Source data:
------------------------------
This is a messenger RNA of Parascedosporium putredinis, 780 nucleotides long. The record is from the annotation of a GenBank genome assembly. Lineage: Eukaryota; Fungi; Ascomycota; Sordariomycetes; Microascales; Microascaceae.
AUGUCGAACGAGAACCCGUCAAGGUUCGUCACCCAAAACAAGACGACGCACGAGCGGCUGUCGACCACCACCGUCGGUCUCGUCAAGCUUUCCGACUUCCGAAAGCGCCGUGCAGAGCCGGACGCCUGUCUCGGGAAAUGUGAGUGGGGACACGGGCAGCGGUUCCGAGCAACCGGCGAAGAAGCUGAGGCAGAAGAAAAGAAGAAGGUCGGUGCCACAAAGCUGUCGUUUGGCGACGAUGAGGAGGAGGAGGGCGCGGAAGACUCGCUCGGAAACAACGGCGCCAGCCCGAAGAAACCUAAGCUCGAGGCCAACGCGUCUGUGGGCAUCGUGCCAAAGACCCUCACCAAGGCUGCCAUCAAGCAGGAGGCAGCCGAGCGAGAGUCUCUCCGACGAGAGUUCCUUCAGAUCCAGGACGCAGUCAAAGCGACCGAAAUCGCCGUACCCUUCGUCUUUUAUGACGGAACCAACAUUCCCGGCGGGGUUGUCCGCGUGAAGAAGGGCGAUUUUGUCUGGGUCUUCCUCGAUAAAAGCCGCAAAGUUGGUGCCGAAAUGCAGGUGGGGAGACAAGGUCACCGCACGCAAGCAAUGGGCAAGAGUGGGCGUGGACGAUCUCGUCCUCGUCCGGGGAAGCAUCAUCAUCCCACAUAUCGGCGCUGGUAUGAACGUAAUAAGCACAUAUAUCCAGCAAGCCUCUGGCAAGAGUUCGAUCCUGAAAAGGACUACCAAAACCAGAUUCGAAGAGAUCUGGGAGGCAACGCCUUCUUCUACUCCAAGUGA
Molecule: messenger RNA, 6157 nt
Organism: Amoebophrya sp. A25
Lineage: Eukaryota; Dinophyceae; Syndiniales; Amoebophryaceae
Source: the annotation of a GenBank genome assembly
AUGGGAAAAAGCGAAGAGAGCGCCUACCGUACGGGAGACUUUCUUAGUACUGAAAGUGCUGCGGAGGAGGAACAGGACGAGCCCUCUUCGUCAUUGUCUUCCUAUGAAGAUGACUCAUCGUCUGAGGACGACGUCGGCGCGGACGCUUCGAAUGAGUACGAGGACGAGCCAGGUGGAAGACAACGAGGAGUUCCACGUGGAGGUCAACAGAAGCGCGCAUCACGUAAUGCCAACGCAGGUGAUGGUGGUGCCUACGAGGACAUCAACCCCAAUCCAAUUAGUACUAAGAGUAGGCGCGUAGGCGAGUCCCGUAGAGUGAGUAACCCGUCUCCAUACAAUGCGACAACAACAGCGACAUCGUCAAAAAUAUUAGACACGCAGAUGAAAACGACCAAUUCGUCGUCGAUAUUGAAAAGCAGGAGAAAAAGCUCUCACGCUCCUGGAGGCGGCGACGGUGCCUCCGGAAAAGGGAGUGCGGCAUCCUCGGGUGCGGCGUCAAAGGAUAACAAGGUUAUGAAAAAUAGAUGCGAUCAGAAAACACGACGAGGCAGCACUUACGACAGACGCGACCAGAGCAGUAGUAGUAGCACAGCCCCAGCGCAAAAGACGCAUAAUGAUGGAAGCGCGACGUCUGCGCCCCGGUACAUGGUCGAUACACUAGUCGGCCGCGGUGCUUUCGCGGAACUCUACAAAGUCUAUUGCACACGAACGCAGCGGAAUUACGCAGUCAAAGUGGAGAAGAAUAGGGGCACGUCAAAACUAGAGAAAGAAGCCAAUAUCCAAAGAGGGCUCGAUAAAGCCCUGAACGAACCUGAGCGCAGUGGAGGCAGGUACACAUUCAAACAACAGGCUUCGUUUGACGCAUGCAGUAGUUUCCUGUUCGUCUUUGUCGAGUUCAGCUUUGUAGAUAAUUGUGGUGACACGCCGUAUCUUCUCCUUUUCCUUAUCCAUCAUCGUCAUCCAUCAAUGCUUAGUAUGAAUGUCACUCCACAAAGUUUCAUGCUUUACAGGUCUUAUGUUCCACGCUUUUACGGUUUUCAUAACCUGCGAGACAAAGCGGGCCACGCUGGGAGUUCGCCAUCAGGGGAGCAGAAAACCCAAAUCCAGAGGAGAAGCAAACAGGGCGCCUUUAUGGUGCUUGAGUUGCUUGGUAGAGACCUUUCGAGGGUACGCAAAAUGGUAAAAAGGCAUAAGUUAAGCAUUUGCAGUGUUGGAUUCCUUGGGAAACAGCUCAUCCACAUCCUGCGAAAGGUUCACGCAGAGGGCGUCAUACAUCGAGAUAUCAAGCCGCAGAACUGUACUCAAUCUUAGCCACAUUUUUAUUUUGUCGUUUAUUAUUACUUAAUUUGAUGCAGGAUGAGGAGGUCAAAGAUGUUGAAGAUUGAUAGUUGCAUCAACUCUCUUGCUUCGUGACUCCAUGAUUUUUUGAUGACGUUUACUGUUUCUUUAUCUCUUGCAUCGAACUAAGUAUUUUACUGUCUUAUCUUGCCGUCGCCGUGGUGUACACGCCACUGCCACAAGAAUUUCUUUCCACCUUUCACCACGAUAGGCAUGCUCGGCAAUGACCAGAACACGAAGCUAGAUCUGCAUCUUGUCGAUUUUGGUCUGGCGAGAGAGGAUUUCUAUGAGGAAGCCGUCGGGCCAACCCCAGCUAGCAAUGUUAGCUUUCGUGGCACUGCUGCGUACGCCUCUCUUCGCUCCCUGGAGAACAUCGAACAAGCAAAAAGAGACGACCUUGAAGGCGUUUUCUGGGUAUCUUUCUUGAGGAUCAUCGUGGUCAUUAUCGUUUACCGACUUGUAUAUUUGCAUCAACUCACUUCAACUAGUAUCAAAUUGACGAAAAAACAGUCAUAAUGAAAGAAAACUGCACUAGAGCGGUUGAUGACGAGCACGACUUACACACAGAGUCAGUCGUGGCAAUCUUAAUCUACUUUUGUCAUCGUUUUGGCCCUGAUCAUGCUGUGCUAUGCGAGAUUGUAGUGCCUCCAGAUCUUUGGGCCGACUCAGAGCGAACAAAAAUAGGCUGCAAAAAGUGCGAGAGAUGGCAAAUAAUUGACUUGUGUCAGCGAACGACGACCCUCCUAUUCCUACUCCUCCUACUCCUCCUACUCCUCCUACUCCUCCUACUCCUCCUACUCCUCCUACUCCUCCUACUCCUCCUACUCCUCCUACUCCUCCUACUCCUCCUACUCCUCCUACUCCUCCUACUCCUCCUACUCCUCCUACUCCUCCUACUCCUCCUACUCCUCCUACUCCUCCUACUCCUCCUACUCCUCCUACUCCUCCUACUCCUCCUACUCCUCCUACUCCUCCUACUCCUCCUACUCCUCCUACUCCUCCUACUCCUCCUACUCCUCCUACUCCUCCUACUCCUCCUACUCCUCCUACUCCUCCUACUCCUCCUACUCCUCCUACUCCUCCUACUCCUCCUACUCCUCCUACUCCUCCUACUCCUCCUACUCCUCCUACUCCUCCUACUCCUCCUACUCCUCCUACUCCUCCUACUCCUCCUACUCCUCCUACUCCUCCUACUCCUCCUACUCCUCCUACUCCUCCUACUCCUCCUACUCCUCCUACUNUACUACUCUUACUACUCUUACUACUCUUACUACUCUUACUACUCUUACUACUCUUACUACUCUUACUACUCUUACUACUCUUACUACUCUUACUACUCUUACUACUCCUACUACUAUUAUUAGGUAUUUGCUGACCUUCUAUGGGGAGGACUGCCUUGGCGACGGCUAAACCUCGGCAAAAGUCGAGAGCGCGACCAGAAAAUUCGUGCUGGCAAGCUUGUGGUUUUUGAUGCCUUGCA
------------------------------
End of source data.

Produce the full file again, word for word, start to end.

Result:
This is a messenger RNA of Parascedosporium putredinis, 780 nucleotides long. The record is from the annotation of a GenBank genome assembly. Lineage: Eukaryota; Fungi; Ascomycota; Sordariomycetes; Microascales; Microascaceae.
AUGUCGAACGAGAACCCGUCAAGGUUCGUCACCCAAAACAAGACGACGCACGAGCGGCUGUCGACCACCACCGUCGGUCUCGUCAAGCUUUCCGACUUCCGAAAGCGCCGUGCAGAGCCGGACGCCUGUCUCGGGAAAUGUGAGUGGGGACACGGGCAGCGGUUCCGAGCAACCGGCGAAGAAGCUGAGGCAGAAGAAAAGAAGAAGGUCGGUGCCACAAAGCUGUCGUUUGGCGACGAUGAGGAGGAGGAGGGCGCGGAAGACUCGCUCGGAAACAACGGCGCCAGCCCGAAGAAACCUAAGCUCGAGGCCAACGCGUCUGUGGGCAUCGUGCCAAAGACCCUCACCAAGGCUGCCAUCAAGCAGGAGGCAGCCGAGCGAGAGUCUCUCCGACGAGAGUUCCUUCAGAUCCAGGACGCAGUCAAAGCGACCGAAAUCGCCGUACCCUUCGUCUUUUAUGACGGAACCAACAUUCCCGGCGGGGUUGUCCGCGUGAAGAAGGGCGAUUUUGUCUGGGUCUUCCUCGAUAAAAGCCGCAAAGUUGGUGCCGAAAUGCAGGUGGGGAGACAAGGUCACCGCACGCAAGCAAUGGGCAAGAGUGGGCGUGGACGAUCUCGUCCUCGUCCGGGGAAGCAUCAUCAUCCCACAUAUCGGCGCUGGUAUGAACGUAAUAAGCACAUAUAUCCAGCAAGCCUCUGGCAAGAGUUCGAUCCUGAAAAGGACUACCAAAACCAGAUUCGAAGAGAUCUGGGAGGCAACGCCUUCUUCUACUCCAAGUGA
Molecule: messenger RNA, 6157 nt
Organism: Amoebophrya sp. A25
Lineage: Eukaryota; Dinophyceae; Syndiniales; Amoebophryaceae
Source: the annotation of a GenBank genome assembly
AUGGGAAAAAGCGAAGAGAGCGCCUACCGUACGGGAGACUUUCUUAGUACUGAAAGUGCUGCGGAGGAGGAACAGGACGAGCCCUCUUCGUCAUUGUCUUCCUAUGAAGAUGACUCAUCGUCUGAGGACGACGUCGGCGCGGACGCUUCGAAUGAGUACGAGGACGAGCCAGGUGGAAGACAACGAGGAGUUCCACGUGGAGGUCAACAGAAGCGCGCAUCACGUAAUGCCAACGCAGGUGAUGGUGGUGCCUACGAGGACAUCAACCCCAAUCCAAUUAGUACUAAGAGUAGGCGCGUAGGCGAGUCCCGUAGAGUGAGUAACCCGUCUCCAUACAAUGCGACAACAACAGCGACAUCGUCAAAAAUAUUAGACACGCAGAUGAAAACGACCAAUUCGUCGUCGAUAUUGAAAAGCAGGAGAAAAAGCUCUCACGCUCCUGGAGGCGGCGACGGUGCCUCCGGAAAAGGGAGUGCGGCAUCCUCGGGUGCGGCGUCAAAGGAUAACAAGGUUAUGAAAAAUAGAUGCGAUCAGAAAACACGACGAGGCAGCACUUACGACAGACGCGACCAGAGCAGUAGUAGUAGCACAGCCCCAGCGCAAAAGACGCAUAAUGAUGGAAGCGCGACGUCUGCGCCCCGGUACAUGGUCGAUACACUAGUCGGCCGCGGUGCUUUCGCGGAACUCUACAAAGUCUAUUGCACACGAACGCAGCGGAAUUACGCAGUCAAAGUGGAGAAGAAUAGGGGCACGUCAAAACUAGAGAAAGAAGCCAAUAUCCAAAGAGGGCUCGAUAAAGCCCUGAACGAACCUGAGCGCAGUGGAGGCAGGUACACAUUCAAACAACAGGCUUCGUUUGACGCAUGCAGUAGUUUCCUGUUCGUCUUUGUCGAGUUCAGCUUUGUAGAUAAUUGUGGUGACACGCCGUAUCUUCUCCUUUUCCUUAUCCAUCAUCGUCAUCCAUCAAUGCUUAGUAUGAAUGUCACUCCACAAAGUUUCAUGCUUUACAGGUCUUAUGUUCCACGCUUUUACGGUUUUCAUAACCUGCGAGACAAAGCGGGCCACGCUGGGAGUUCGCCAUCAGGGGAGCAGAAAACCCAAAUCCAGAGGAGAAGCAAACAGGGCGCCUUUAUGGUGCUUGAGUUGCUUGGUAGAGACCUUUCGAGGGUACGCAAAAUGGUAAAAAGGCAUAAGUUAAGCAUUUGCAGUGUUGGAUUCCUUGGGAAACAGCUCAUCCACAUCCUGCGAAAGGUUCACGCAGAGGGCGUCAUACAUCGAGAUAUCAAGCCGCAGAACUGUACUCAAUCUUAGCCACAUUUUUAUUUUGUCGUUUAUUAUUACUUAAUUUGAUGCAGGAUGAGGAGGUCAAAGAUGUUGAAGAUUGAUAGUUGCAUCAACUCUCUUGCUUCGUGACUCCAUGAUUUUUUGAUGACGUUUACUGUUUCUUUAUCUCUUGCAUCGAACUAAGUAUUUUACUGUCUUAUCUUGCCGUCGCCGUGGUGUACACGCCACUGCCACAAGAAUUUCUUUCCACCUUUCACCACGAUAGGCAUGCUCGGCAAUGACCAGAACACGAAGCUAGAUCUGCAUCUUGUCGAUUUUGGUCUGGCGAGAGAGGAUUUCUAUGAGGAAGCCGUCGGGCCAACCCCAGCUAGCAAUGUUAGCUUUCGUGGCACUGCUGCGUACGCCUCUCUUCGCUCCCUGGAGAACAUCGAACAAGCAAAAAGAGACGACCUUGAAGGCGUUUUCUGGGUAUCUUUCUUGAGGAUCAUCGUGGUCAUUAUCGUUUACCGACUUGUAUAUUUGCAUCAACUCACUUCAACUAGUAUCAAAUUGACGAAAAAACAGUCAUAAUGAAAGAAAACUGCACUAGAGCGGUUGAUGACGAGCACGACUUACACACAGAGUCAGUCGUGGCAAUCUUAAUCUACUUUUGUCAUCGUUUUGGCCCUGAUCAUGCUGUGCUAUGCGAGAUUGUAGUGCCUCCAGAUCUUUGGGCCGACUCAGAGCGAACAAAAAUAGGCUGCAAAAAGUGCGAGAGAUGGCAAAUAAUUGACUUGUGUCAGCGAACGACGACCCUCCUAUUCCUACUCCUCCUACUCCUCCUACUCCUCCUACUCCUCCUACUCCUCCUACUCCUCCUACUCCUCCUACUCCUCCUACUCCUCCUACUCCUCCUACUCCUCCUACUCCUCCUACUCCUCCUACUCCUCCUACUCCUCCUACUCCUCCUACUCCUCCUACUCCUCCUACUCCUCCUACUCCUCCUACUCCUCCUACUCCUCCUACUCCUCCUACUCCUCCUACUCCUCCUACUCCUCCUACUCCUCCUACUCCUCCUACUCCUCCUACUCCUCCUACUCCUCCUACUCCUCCUACUCCUCCUACUCCUCCUACUCCUCCUACUCCUCCUACUCCUCCUACUCCUCCUACUCCUCCUACUCCUCCUACUCCUCCUACUCCUCCUACUCCUCCUACUCCUCCUACUCCUCCUACUCCUCCUACUCCUCCUACUCCUCCUACUCCUCCUACUCCUCCUACUCCUCCUACUCCUCCUACUCCUCCUACUCCUCCUACUNUACUACUCUUACUACUCUUACUACUCUUACUACUCUUACUACUCUUACUACUCUUACUACUCUUACUACUCUUACUACUCUUACUACUCUUACUACUCUUACUACUCCUACUACUAUUAUUAGGUAUUUGCUGACCUUCUAUGGGGAGGACUGCCUUGGCGACGGCUAAACCUCGGCAAAAGUCGAGAGCGCGACCAGAAAAUUCGUGCUGGCAAGCUUGUGGUUUUUGAUGCCUUGCA